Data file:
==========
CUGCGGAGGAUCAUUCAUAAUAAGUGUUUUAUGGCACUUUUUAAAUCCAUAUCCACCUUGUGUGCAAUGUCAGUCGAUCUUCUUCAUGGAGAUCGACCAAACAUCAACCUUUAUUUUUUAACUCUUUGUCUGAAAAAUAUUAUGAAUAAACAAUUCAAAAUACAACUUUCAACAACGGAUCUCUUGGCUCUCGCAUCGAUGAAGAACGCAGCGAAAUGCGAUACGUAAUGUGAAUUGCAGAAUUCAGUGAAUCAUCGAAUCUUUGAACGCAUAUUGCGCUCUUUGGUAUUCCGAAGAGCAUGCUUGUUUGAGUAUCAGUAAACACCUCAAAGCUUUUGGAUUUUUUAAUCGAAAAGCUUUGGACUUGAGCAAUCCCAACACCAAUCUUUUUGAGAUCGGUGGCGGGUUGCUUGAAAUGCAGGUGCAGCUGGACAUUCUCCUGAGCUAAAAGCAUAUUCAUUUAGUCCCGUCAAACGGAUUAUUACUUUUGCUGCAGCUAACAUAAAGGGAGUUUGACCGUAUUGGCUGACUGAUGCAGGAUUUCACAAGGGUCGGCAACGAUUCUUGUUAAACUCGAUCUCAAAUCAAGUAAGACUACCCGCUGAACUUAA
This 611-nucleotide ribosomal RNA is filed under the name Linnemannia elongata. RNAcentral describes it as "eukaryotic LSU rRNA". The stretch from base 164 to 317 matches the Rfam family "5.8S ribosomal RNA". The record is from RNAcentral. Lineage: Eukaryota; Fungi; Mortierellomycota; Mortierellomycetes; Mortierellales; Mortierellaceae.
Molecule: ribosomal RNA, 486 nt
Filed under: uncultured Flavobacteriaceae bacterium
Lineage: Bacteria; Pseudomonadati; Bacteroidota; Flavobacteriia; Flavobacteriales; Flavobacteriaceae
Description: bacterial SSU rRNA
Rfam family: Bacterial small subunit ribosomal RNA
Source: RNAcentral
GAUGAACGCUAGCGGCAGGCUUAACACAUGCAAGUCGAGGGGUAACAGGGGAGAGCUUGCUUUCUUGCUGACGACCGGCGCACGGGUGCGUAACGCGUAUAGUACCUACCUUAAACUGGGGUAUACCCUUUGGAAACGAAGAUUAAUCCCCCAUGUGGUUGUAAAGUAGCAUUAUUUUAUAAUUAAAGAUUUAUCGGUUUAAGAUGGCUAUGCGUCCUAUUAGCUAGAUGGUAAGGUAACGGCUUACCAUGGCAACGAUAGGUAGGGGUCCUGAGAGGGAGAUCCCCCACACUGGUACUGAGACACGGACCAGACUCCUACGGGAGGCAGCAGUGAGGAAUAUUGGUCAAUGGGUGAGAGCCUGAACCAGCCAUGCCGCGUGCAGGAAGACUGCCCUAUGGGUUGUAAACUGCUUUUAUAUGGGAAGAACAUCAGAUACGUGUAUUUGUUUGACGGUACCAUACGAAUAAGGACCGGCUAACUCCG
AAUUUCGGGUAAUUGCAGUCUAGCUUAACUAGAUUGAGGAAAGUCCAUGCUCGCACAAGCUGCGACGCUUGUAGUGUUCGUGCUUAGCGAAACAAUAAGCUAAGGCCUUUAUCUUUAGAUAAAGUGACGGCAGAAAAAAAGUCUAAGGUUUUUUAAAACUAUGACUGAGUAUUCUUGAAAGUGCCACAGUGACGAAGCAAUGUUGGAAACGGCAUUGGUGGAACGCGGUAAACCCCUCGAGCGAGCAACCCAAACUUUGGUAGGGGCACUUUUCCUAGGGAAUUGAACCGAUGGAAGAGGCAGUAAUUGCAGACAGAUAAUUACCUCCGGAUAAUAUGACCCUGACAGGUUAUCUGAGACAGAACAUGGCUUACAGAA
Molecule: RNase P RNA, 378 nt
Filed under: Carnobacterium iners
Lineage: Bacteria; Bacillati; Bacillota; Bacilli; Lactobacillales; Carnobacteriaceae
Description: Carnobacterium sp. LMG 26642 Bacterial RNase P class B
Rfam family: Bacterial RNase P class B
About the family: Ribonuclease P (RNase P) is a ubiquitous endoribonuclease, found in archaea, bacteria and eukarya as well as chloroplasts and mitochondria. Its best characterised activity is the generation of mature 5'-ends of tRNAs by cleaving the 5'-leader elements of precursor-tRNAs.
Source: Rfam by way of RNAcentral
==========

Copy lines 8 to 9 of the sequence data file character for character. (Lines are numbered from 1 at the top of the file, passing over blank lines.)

Source: RNAcentral
GAUGAACGCUAGCGGCAGGCUUAACACAUGCAAGUCGAGGGGUAACAGGGGAGAGCUUGCUUUCUUGCUGACGACCGGCGCACGGGUGCGUAACGCGUAUAGUACCUACCUUAAACUGGGGUAUACCCUUUGGAAACGAAGAUUAAUCCCCCAUGUGGUUGUAAAGUAGCAUUAUUUUAUAAUUAAAGAUUUAUCGGUUUAAGAUGGCUAUGCGUCCUAUUAGCUAGAUGGUAAGGUAACGGCUUACCAUGGCAACGAUAGGUAGGGGUCCUGAGAGGGAGAUCCCCCACACUGGUACUGAGACACGGACCAGACUCCUACGGGAGGCAGCAGUGAGGAAUAUUGGUCAAUGGGUGAGAGCCUGAACCAGCCAUGCCGCGUGCAGGAAGACUGCCCUAUGGGUUGUAAACUGCUUUUAUAUGGGAAGAACAUCAGAUACGUGUAUUUGUUUGACGGUACCAUACGAAUAAGGACCGGCUAACUCCG